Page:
Go or No-Go, Get to Work
If you’re a grant seeker, you know the
satisfaction of shipping off your
masterpiece. Your hard work and
late hours have paid off: You have
pulled this project together, often
under incredible pressure and at the
expense of other commitments. Try to
enjoy the moment.
As euphoric as you may feel, you may
also be thinking, How will I ever wait for
the results? What will I do if my proposal
is rejected? Or, equally as daunting,
What will I do if it is funded? Whether
you’re successful or not, your real work is
about to begin.
Before you do anything else, recognize
your team by writing each of them a thankyou
note. No matter the outcome of the
proposal, let them know that their support,
time, and energies were appreciated.
THE GRANT WRAP-UP: GET ORGANIZED
Taking the time to organize your grant-writing space while
the process is fresh in your mind will assist you as you prepare
to implement or resubmit your proposal. As you write, file your
documents in file folders that follow the major sections of the
proposal. If you have printed drafts with handwritten comments
that you want to archive, label each with a cover page
that includes the draft’s date and version number, then scan
them, back them up, and toss the paper documents. Organize
your electronic files into folders using a method similar to that
used for your hard copies, and make sure to back them up
onto a CD. Create several copies of your final draft, the request
for proposal, and the electronic files.
WE WISH TO THANK YOU FOR APPLYING
A letter will eventually arrive. Whether it is good news or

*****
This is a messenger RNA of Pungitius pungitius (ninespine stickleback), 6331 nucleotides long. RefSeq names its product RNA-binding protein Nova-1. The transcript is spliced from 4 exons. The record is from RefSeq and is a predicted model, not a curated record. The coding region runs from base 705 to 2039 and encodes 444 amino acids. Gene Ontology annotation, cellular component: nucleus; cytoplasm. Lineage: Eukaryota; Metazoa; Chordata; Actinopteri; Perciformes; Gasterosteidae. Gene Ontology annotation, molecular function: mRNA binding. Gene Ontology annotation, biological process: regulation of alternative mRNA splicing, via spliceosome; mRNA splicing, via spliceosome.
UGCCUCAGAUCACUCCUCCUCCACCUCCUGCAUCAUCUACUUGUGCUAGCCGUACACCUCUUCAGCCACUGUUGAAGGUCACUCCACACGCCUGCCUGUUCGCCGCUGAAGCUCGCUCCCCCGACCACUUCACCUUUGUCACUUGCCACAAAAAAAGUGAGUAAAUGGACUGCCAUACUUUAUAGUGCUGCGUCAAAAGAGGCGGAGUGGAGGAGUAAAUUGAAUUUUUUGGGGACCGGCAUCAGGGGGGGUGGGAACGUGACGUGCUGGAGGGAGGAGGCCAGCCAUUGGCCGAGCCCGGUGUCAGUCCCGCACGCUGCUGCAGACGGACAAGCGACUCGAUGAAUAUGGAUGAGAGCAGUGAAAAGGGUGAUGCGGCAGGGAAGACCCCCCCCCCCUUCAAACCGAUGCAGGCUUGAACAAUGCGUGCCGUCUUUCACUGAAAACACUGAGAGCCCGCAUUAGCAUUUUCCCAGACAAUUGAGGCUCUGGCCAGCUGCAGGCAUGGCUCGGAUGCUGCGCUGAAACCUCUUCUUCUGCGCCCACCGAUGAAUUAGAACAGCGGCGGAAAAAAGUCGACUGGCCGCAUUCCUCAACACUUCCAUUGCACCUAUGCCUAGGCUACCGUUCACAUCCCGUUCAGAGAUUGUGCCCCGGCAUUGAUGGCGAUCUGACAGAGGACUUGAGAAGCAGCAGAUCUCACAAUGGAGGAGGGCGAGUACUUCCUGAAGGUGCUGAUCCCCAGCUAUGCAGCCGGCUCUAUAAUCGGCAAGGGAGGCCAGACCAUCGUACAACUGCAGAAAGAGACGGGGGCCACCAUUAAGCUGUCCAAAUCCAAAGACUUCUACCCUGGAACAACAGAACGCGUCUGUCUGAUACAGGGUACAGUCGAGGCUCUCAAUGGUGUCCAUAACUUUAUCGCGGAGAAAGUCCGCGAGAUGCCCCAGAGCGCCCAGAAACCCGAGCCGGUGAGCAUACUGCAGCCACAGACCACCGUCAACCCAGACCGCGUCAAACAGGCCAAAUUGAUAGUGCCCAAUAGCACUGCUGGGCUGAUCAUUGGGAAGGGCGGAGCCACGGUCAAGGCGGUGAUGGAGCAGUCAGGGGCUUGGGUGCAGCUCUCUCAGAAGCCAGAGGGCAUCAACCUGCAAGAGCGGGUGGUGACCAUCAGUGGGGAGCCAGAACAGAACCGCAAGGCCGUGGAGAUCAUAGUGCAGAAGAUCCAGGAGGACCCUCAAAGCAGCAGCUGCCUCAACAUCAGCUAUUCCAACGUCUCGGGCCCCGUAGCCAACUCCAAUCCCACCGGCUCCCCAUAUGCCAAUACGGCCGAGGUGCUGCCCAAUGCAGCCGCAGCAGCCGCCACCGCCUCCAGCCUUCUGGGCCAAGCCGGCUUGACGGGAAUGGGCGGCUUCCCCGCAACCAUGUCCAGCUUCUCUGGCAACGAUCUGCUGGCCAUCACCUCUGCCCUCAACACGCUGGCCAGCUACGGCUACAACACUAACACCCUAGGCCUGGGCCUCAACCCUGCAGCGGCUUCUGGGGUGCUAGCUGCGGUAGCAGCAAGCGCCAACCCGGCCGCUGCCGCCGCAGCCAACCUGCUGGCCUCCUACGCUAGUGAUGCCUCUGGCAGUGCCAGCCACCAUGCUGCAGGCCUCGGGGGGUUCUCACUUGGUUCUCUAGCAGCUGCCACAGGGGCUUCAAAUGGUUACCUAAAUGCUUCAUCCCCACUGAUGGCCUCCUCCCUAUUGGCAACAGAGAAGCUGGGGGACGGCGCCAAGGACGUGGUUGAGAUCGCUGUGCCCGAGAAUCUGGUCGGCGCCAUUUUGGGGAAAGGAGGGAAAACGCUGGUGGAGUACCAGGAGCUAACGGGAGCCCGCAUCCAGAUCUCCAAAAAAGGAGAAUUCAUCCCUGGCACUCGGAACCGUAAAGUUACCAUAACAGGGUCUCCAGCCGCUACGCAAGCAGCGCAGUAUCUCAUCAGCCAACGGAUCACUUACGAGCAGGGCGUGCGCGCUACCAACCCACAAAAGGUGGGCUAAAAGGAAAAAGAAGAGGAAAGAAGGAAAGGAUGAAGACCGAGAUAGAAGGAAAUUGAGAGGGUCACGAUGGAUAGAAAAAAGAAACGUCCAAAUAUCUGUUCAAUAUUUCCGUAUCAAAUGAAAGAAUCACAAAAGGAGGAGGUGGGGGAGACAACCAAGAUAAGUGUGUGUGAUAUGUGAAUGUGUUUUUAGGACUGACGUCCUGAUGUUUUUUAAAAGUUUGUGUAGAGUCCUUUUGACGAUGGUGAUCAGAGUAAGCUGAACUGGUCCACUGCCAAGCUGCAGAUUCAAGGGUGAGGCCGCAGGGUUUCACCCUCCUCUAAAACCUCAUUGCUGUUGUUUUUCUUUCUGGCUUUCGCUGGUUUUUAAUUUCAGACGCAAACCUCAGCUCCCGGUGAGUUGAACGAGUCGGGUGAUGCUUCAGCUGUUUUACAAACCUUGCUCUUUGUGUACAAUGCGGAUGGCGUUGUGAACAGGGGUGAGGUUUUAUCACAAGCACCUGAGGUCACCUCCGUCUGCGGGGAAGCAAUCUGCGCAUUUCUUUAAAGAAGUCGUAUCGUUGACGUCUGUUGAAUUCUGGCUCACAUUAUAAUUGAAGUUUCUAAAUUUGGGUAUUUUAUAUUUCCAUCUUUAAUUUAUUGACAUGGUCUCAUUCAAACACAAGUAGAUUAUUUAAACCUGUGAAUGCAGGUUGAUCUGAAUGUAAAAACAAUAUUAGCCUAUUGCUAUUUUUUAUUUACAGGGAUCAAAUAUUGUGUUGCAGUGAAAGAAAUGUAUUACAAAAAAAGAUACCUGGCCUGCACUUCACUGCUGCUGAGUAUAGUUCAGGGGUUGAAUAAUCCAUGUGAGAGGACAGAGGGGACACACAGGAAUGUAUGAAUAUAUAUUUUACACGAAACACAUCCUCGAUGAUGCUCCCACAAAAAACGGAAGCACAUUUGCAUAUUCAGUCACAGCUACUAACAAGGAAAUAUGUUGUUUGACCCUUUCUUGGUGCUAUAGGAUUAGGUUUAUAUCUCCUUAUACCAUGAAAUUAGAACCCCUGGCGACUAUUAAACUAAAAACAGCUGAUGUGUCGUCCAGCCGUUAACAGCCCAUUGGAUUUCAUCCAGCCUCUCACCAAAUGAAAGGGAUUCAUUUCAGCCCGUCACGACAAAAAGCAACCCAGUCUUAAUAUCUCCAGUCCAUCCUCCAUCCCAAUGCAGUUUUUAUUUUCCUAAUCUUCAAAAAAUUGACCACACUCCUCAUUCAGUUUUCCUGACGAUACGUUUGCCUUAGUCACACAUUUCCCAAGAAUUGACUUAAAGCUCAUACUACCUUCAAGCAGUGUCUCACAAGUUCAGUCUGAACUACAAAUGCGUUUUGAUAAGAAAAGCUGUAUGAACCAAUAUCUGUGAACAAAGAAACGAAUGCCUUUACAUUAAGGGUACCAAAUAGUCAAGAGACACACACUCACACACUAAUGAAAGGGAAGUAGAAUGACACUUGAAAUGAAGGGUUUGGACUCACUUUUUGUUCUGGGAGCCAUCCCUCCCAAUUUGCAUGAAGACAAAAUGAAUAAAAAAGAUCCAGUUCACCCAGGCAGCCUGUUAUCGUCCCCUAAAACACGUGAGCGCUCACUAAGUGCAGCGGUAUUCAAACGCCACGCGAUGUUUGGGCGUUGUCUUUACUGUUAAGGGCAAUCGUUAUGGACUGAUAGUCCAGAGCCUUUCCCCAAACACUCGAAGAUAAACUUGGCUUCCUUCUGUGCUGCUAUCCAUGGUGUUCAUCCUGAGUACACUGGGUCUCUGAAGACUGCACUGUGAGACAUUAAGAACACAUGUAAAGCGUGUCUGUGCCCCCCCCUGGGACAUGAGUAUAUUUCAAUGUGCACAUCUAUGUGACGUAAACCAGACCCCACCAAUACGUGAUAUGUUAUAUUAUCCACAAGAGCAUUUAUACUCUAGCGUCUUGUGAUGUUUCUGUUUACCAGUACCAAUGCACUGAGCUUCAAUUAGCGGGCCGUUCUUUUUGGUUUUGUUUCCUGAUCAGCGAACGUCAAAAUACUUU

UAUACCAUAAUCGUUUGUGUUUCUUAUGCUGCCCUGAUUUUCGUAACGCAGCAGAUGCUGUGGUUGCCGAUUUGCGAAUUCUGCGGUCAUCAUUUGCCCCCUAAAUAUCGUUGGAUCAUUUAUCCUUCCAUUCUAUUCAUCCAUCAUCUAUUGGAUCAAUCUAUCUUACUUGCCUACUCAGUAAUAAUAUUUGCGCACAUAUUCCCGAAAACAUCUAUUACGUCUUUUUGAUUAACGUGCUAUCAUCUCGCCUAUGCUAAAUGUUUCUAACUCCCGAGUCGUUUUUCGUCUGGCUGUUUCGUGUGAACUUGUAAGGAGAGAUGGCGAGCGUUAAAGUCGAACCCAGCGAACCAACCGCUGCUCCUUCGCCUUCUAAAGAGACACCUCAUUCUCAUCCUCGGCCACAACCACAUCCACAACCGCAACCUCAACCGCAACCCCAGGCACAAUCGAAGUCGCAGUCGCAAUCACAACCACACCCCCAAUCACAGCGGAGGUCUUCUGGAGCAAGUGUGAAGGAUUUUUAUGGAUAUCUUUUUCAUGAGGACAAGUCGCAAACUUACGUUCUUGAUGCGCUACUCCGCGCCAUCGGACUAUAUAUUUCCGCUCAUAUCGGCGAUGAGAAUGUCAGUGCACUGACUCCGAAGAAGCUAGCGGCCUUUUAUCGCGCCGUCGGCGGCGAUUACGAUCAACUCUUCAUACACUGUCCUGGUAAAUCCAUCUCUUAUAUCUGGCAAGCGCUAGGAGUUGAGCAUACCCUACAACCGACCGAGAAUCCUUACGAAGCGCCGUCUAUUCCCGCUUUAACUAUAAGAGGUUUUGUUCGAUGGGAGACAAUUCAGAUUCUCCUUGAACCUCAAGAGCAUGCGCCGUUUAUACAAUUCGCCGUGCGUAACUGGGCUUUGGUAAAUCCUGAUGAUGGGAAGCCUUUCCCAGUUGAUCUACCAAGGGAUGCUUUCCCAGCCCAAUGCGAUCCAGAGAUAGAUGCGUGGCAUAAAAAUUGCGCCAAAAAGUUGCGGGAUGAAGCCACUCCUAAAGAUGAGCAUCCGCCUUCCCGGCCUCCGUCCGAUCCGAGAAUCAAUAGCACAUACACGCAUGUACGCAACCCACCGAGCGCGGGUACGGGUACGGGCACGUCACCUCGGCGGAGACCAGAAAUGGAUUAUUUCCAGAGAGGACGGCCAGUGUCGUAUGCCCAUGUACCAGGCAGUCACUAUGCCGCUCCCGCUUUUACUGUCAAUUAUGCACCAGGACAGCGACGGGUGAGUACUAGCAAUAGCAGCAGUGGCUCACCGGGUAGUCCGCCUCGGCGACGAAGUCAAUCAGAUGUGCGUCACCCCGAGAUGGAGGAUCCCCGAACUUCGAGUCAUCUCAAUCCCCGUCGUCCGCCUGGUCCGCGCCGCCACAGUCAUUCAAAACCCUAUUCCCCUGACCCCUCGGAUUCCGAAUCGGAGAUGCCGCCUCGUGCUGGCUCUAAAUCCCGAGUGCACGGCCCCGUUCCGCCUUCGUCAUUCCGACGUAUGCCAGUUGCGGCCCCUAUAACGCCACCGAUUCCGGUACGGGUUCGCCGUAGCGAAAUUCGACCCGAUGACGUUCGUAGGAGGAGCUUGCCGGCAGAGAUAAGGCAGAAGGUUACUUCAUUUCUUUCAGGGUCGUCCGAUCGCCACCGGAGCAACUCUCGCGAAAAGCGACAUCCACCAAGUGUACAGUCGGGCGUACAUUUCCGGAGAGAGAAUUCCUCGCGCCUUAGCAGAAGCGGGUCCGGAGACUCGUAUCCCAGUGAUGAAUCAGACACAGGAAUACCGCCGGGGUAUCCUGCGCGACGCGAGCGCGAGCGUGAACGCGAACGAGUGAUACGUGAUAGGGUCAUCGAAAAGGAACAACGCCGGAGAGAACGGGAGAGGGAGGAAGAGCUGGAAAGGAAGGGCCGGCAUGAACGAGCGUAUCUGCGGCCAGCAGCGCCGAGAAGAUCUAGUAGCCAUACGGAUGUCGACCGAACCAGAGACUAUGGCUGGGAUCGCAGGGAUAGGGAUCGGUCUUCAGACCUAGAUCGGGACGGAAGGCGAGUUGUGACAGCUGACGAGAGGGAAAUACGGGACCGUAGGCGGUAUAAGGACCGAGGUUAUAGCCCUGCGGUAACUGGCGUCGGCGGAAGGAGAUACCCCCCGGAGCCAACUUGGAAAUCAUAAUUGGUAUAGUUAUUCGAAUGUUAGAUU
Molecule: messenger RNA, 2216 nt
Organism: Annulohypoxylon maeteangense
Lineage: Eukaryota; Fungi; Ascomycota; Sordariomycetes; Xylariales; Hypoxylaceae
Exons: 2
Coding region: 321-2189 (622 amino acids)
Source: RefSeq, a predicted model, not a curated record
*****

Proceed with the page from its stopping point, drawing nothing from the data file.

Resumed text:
bad, you have won. You have challenged your community to
look critically at your needs, constructed
a plan for evaluating what you will do,
and set up mechanisms to ensure
your success. You may now have a
new problem: You may actually have to
do what you said you would do!
PREPARING TO IMPLEMENT AND
SHARE YOUR SUCCESS
Whether or not your proposal is
funded, remember that you will continue
to reap surprising benefits by sharing
your vision with a wider audience. Most
educators are not marketing specialists,
so call on colleagues or consult with a
professional to write press releases,
prepare a Web site, and supply articles for
IF YOU ARE A GO
First, thank your funders. They are your
ultimate partners, and you want to nourish a
great relationship. Look at your project timelines and get started.
Plan a celebration. Celebrating your achievement builds
community and launches your project toward a successful
implementation. Begin documenting all your grant activities.
IF YOU ARE A NO-GO
Read the grant reviewers’ comments and study the scoring
rubrics, or speak with a reviewer to discuss how to improve
your proposal. What might you do differently next time?
Where else might you submit it?
Gary A. Carnow (aka “The Grant Guru”) is the chief technology
officer for the Pasadena (Calif.) Unified School District. Dr.
Carnow has been responsible for gathering more than $75 million
in outside funding for the public agencies he has worked
with. Read the complete article at techlearning.com.